As soon as your skin is totally hardened, she says, it becomes easy to break. I am trying to learn from the flower, she says, on how these get trampled by the boots and stand again.
Inspired by the works of Ukranian artists Olia Fedorova and Dana Kavelina, who were recently interviewed by Monika Fabijanska.
Artistic practice as an act of devotion.
Here is a riddle, one said.
And who do you think you are? asked another.
Only a servant. He was making films. The answer is unimportant.
Why ask, then?
There is a code in here somewhere. It is the mystery.
The usual ones: possibilities of transcendence, rebirth, levels of existence. The role of ritual practice.
Such as this one. Right now, I am filming a liturgical text. Contemplating the sacred frame by frame, but I am just beginning. He had been at it three decades.
Are you praying, then?
I call it excavation. I am a social worker with a background in archaeology.
The idea is to resuscitate the present. This is my devotion.
Inspired by an interview I read this morning, in BOMB magazine, with the filmmaker Ashish Avikunthak.
Between dreaming and waking.
The original void, they called it, and we thought like a womb and imagined ourselves a sort of placenta but who can say. We might have been the baby or the amniotic fluid, because where in that space do you find enough context for measurement?
What grows here cannot happen outside of time, they said, and we had no reason to argue; besides, who would listen? We couldn’t even name ourselves beyond we, beyond here, beyond you, and we used these interchangeably, depending on what fit the mood. Our words were the music we held between us.
All movement begins here, they said, and we had only known ourselves to be ever floating with it, in this space that only exists because it is empty enough to hold whatever comes. One evolving over time might decide to call the growth a contract between years and intentions, and who can fault them for this? It’s easy to forget this space, where the names of what we are keep sliding between us.
Reunions of the lost and found.
There go the keys again, and next will be the rings. The cattle dog has run off with the chihuahua mix, and Chance is gone from the community park. Black with brown spots, wearing a tan hoodie.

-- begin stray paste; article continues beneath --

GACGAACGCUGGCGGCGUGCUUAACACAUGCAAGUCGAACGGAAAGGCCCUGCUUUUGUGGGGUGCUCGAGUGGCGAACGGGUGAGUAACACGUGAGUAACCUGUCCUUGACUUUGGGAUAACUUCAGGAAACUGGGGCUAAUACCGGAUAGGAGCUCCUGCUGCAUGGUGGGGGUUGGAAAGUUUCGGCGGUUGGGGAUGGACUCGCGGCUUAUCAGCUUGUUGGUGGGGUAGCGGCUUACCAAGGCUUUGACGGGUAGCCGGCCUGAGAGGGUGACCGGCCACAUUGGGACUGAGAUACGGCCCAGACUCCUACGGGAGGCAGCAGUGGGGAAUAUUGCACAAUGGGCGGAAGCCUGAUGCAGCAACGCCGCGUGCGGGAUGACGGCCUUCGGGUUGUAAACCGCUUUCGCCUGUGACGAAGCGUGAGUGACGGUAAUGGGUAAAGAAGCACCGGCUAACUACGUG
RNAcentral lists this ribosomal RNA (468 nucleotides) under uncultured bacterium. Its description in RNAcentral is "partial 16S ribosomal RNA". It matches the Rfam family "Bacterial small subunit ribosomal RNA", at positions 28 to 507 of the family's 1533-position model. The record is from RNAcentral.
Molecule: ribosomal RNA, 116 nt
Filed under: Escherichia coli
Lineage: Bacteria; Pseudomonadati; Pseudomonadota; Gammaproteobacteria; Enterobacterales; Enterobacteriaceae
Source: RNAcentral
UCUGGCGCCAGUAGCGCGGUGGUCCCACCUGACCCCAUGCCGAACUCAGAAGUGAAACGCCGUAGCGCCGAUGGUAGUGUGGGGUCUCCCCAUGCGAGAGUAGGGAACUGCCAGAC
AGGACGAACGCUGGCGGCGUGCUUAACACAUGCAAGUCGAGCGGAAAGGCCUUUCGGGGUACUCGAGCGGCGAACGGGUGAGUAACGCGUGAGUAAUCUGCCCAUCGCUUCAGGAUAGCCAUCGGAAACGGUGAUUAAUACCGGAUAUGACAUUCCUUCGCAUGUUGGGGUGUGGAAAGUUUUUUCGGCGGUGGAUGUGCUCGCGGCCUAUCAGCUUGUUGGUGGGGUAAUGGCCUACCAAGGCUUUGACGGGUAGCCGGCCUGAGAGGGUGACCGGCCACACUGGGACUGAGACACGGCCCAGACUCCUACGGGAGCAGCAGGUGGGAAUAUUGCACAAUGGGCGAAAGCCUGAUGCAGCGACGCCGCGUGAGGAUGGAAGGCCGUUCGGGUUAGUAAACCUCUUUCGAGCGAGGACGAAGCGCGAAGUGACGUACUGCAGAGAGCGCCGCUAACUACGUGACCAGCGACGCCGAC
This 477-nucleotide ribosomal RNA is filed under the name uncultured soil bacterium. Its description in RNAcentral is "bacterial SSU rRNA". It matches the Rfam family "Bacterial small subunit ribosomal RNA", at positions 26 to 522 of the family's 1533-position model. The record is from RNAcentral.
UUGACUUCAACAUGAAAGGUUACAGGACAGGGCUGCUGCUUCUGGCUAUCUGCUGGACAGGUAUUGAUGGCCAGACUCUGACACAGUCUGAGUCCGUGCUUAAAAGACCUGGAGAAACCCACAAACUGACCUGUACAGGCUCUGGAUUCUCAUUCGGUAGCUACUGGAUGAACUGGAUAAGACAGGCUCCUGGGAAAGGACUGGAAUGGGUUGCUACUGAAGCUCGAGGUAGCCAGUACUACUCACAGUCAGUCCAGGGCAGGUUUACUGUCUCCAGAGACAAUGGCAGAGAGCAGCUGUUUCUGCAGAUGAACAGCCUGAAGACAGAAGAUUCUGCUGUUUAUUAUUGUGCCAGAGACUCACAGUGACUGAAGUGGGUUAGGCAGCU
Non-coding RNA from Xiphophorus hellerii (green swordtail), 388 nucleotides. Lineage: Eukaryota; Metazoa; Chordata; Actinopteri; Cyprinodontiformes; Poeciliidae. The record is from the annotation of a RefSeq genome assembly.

Someone lost a leaf blower. Perhaps this will catch on. And always, so many cats. Perhaps they meet up somewhere.
Meanwhile, someone found a box of tools on the side of Murphy Canyon Road, near the Arco and the Taco Bell. They want to give them back. They are hoping for a chance. Please call, they say.
Reading these ads never fails to satisfy a hunch that we are always losing parts of ourselves and finding odd bits of one another. The ads are specific, but the losses are diffuse, these invisible hopes our constant companions: return to me.
Who can help but want to audition now and then for the role of the one who returns, bearing gifts? To the weary disbelievers long after they’ve stopped looking, to announce, here! Take this! To share how they’ve been traveling the whole time, on a journey too bizarre to explain, with monsters no one’s ever seen, fanged whirlpools, and captivity on uncharted islands. To finally announce that what looked like death was only the winding course of another of the living, lost, and it can take so much longer than anyone would believe, to get back home.
She said, child, sometimes someone will approach you on the pretense of bearing a gift, but it will be none other than another version of Death, that old shapeshifter, dressed up in fancy wrapping and a bow.
This happens all the time, she said, and the method is to stuff the box full of sequins so that its these shiny, tiny nothings that fall to the floor when you open it. They are there to distract you from the extraction of your blood, one slow drop at a time.
She said, wait. It is also true that sometimes you will be handed something that reminds you of endings and you will groan and weep and mourn and wish somebody would take it back and tell you it never happened. But hang on, she said, because sometimes those are the places where your life is hiding, buried in the muck they tried to tell you was separate from the living.